Groups reject moves by Nigerian lawmakers to ‘stifle’ civil society organisations

Members of the civil society say the bill was conjured to stifle their activities.

Representatives of civil society organisations strongly opposed the Voluntary Organisations bill at the public hearing of the House of Representatives committee meeting on Wednesday.

They held that the bill was initiated to stifle the activities of civil society organisations, whose work is pertinent to accountability and the nascent democratic process in Nigeria

The bill is titled- An act to regulate the acceptance and utilisation of financial/material contribution of donor agencies to voluntary organisations and for matters connected therewith.

It states that voluntary organisations would not be allowed to receive funds from international bodies except they are registered with the Independent Corrupt Practices and other Related Offences Commission, ICPC.

The voluntary organisations bill was sponsored by a member of the House of Representatives, Eddie Mbadiwe, who represents the Ideato North/South federal constituency. His primary legislative interests are foreign affairs, environment and health.

Mr. Mbadiwe, at the committee meeting, said he sponsored the bill to promote and defend civil society organisations.

“This bill is to defend and promote the work of the civil society organisations. There has been an abuse of contributions that come into this country.

“A lot of people have collected foreign funds and they do not do the jobs that they are supposed to do. This bill is to control the money coming into the country.

“Funds have been funnelled into this country under the name of civil society but end up being used to sponsor terrorism”.

“As a nation, it would address our security issues,” Mr. Mbadiwe said.

He said people who are genuinely involved in charity have nothing to fear if they are registered with the ICPC.

Mr. Mbadiwe appealed to civil societies to see the bill in the context of accountability.

The chairman of the committee of Civil Society and donor agencies, Ini Udoka, said the bill, “if passed into law will ensure effective utilisation of resources provided by donors and also ensure there is
no duplication of programmes for which appropriation has been made by the national government.

“It will streamline activities in the sub-sector by ensuring that donor agencies do not give out monies to organisations, parastatals and agencies without due consultations.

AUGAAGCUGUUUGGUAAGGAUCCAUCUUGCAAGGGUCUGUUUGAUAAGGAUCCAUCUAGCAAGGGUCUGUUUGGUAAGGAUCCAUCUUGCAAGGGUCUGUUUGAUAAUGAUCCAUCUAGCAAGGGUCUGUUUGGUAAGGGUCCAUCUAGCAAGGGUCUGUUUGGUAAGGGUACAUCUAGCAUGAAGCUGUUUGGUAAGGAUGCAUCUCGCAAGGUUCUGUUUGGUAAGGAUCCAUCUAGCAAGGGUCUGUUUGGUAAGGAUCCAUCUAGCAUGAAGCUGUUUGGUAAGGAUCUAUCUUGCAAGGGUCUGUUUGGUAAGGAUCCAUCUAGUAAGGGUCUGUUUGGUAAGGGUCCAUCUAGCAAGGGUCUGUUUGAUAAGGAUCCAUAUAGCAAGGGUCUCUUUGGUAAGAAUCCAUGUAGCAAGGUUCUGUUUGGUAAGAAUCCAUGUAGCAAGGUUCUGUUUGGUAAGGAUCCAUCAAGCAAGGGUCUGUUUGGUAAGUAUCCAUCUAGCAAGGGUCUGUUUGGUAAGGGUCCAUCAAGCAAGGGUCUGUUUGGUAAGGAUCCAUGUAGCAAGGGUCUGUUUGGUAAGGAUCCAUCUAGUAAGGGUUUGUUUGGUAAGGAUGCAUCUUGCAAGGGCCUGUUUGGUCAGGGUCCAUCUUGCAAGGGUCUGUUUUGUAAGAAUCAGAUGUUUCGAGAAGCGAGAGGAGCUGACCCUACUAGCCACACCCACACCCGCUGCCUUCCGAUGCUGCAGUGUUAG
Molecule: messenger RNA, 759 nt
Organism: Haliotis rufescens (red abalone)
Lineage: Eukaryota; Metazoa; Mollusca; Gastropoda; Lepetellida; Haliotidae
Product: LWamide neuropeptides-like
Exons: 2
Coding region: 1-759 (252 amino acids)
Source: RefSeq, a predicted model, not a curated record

“The bill aims at empowering the Independent Corrupt Practices and other Related Offences Commission, being regulatory to monitor the disbursement of funds from donor agencies for effective implementation of targeted projects”.

The civil society members, however, said the bill was just conjured to rein in civic groups.

The lead director of the Centre for Social Justice, CSJ, Eze Onyekpere, said the bill will only inflate the problems in the society, in terms of money laundering, fight against terrorism and cost of governance.

He said if money laundering is the mischief that the bill seeks to cure, many voluntary organisations, especially the Non-governmental organisations, NGO, have already been designated as bodies that report to the Special Unit Against Money Laundry, SCUML.

“Nigeria has new laws to combat terrorism including tracking down the financiers of terror and this law gives enormous powers to the state to proceed against terrorism – Terrorism Prevention Act,” Mr.
Onyekpere said.

The Executive Director of Policy and Legislative Advocacy Centre, PLAC, Clement Nwankwo, who spoke on behalf of over a hundred civil society organisation members, said that they were rejecting the bill because it proceeds from a wrong basis.

“It proceeds from an exceedingly faulty basis and this bill should have been called the Foreign Contribution Prohibition Bill.

“The Bill is in violation of the constitutionally guaranteed rights to freedom of association as guaranteed undertaken Ryan Constitution of Nigeria, 1999… and the provision of articles 10(1) and 11 of the African Charter on Human and People’s Rights and additionally contradicts Nigeria’s several international treaty and protocol obligations,” he said.


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